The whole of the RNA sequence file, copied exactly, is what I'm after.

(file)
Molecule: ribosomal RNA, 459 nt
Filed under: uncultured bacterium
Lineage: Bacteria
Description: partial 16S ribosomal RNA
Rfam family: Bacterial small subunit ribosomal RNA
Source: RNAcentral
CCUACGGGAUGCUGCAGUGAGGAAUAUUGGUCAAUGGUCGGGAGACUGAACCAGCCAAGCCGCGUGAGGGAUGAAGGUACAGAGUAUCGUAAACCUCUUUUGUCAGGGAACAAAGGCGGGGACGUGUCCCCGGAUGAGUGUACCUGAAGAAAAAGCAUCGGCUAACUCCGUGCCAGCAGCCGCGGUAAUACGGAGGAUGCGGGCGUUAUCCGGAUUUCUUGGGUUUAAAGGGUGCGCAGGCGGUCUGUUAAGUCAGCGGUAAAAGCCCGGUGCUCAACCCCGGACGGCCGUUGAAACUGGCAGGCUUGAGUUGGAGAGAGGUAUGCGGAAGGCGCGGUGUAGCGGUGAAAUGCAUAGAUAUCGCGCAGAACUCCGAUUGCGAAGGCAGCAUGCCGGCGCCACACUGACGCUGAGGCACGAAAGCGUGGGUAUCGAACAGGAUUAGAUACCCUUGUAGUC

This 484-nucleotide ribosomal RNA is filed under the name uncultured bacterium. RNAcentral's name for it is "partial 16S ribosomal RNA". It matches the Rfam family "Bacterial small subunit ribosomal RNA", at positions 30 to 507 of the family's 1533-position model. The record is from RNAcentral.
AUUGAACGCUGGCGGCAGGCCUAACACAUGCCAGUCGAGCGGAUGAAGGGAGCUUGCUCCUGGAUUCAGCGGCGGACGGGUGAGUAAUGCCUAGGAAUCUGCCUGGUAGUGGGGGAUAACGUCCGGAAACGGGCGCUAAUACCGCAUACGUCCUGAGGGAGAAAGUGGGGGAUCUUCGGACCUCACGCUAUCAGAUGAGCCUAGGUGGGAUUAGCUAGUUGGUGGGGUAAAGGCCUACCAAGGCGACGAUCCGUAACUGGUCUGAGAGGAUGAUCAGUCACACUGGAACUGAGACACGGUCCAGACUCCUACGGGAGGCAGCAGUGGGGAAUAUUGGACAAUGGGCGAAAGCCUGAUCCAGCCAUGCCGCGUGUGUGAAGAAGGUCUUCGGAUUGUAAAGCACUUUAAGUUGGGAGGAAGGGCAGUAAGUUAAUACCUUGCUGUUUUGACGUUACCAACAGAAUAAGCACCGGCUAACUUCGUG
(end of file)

Molecule: ribosomal RNA, 459 nt
Filed under: uncultured bacterium
Lineage: Bacteria
Description: partial 16S ribosomal RNA
Rfam family: Bacterial small subunit ribosomal RNA
Source: RNAcentral
CCUACGGGAUGCUGCAGUGAGGAAUAUUGGUCAAUGGUCGGGAGACUGAACCAGCCAAGCCGCGUGAGGGAUGAAGGUACAGAGUAUCGUAAACCUCUUUUGUCAGGGAACAAAGGCGGGGACGUGUCCCCGGAUGAGUGUACCUGAAGAAAAAGCAUCGGCUAACUCCGUGCCAGCAGCCGCGGUAAUACGGAGGAUGCGGGCGUUAUCCGGAUUUCUUGGGUUUAAAGGGUGCGCAGGCGGUCUGUUAAGUCAGCGGUAAAAGCCCGGUGCUCAACCCCGGACGGCCGUUGAAACUGGCAGGCUUGAGUUGGAGAGAGGUAUGCGGAAGGCGCGGUGUAGCGGUGAAAUGCAUAGAUAUCGCGCAGAACUCCGAUUGCGAAGGCAGCAUGCCGGCGCCACACUGACGCUGAGGCACGAAAGCGUGGGUAUCGAACAGGAUUAGAUACCCUUGUAGUC

This 484-nucleotide ribosomal RNA is filed under the name uncultured bacterium. RNAcentral's name for it is "partial 16S ribosomal RNA". It matches the Rfam family "Bacterial small subunit ribosomal RNA", at positions 30 to 507 of the family's 1533-position model. The record is from RNAcentral.
AUUGAACGCUGGCGGCAGGCCUAACACAUGCCAGUCGAGCGGAUGAAGGGAGCUUGCUCCUGGAUUCAGCGGCGGACGGGUGAGUAAUGCCUAGGAAUCUGCCUGGUAGUGGGGGAUAACGUCCGGAAACGGGCGCUAAUACCGCAUACGUCCUGAGGGAGAAAGUGGGGGAUCUUCGGACCUCACGCUAUCAGAUGAGCCUAGGUGGGAUUAGCUAGUUGGUGGGGUAAAGGCCUACCAAGGCGACGAUCCGUAACUGGUCUGAGAGGAUGAUCAGUCACACUGGAACUGAGACACGGUCCAGACUCCUACGGGAGGCAGCAGUGGGGAAUAUUGGACAAUGGGCGAAAGCCUGAUCCAGCCAUGCCGCGUGUGUGAAGAAGGUCUUCGGAUUGUAAAGCACUUUAAGUUGGGAGGAAGGGCAGUAAGUUAAUACCUUGCUGUUUUGACGUUACCAACAGAAUAAGCACCGGCUAACUUCGUG